So how can I best draw conclusions? Well whilst the food we ate at La Chapelle was pleasant and certainly within the range of expectations we have for restaurants with a star, we would not put it towards the top of that range. In short there are similarly rated restaurants where our experience tells us to expect better food than we ate at La Chapelle. Places like Pollen Street Social, Fera, Murano spring quickly to mind.
But here's the problem. La Chapelle's pricing ( our bill for 3 courses, bottle of wine and coffee for 2 came to £218)seems to us to be very close to these restaurants that we think, in our experience, serve up superior food. The food quality and ingenuity here is more comparable with restaurants such as Trompette, the Glasshouse, Chez Bruce, Kitchen W8, and which in general terms offer food of comparable quality as La Chapelle but at lower prices in our view. So, for us we'd suggest that you can get somewhat better food in London for similar prices if you're looking for something very special, or comparable food for a smaller bill if you want something a bit more approachable.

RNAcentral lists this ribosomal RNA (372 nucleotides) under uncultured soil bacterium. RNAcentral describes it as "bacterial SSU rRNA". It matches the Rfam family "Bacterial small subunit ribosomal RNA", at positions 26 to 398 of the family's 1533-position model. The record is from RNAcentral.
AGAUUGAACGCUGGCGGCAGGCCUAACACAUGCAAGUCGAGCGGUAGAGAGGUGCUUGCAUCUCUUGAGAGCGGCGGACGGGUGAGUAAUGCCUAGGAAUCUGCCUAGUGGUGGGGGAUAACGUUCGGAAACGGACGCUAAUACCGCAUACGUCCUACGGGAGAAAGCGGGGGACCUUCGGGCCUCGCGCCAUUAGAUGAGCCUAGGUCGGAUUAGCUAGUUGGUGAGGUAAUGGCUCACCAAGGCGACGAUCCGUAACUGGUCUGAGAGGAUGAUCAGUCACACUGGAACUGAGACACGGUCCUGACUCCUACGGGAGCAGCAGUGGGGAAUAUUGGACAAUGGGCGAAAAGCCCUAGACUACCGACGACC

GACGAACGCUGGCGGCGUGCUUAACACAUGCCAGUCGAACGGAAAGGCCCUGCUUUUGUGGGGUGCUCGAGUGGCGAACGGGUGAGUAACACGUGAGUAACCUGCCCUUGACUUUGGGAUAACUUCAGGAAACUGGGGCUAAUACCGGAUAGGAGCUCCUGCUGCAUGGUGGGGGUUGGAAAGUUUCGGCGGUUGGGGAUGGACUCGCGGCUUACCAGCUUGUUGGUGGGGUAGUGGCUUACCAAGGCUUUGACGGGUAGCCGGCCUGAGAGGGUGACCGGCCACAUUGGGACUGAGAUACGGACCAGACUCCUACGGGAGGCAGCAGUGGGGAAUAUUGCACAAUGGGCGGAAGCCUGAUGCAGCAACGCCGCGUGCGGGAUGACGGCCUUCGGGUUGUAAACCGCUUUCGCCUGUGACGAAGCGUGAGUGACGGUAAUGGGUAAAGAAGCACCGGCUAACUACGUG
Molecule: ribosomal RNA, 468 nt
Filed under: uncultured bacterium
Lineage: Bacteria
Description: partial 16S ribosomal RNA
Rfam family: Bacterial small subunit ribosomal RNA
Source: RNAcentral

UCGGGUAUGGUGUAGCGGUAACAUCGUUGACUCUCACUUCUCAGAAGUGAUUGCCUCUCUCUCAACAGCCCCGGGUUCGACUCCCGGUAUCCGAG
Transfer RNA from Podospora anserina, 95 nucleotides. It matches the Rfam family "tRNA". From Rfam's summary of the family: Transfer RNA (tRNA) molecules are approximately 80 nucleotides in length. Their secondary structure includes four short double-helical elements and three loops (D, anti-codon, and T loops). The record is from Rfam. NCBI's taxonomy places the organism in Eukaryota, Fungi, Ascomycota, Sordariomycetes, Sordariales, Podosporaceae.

The Chapel itself is in some respects very nice, high and airy. But adding a mezzanine certainly detracts for us. Its sort of like eating in a church, but not quite. Will we go back? Unlikely. There's a lot of restaurants in London with a star and this one doesn't really stand out in terms of innovation, quality of cooking or value. I think there's others as yet untried by us, that would be further up our priority list than a return here.
Food + drink: 2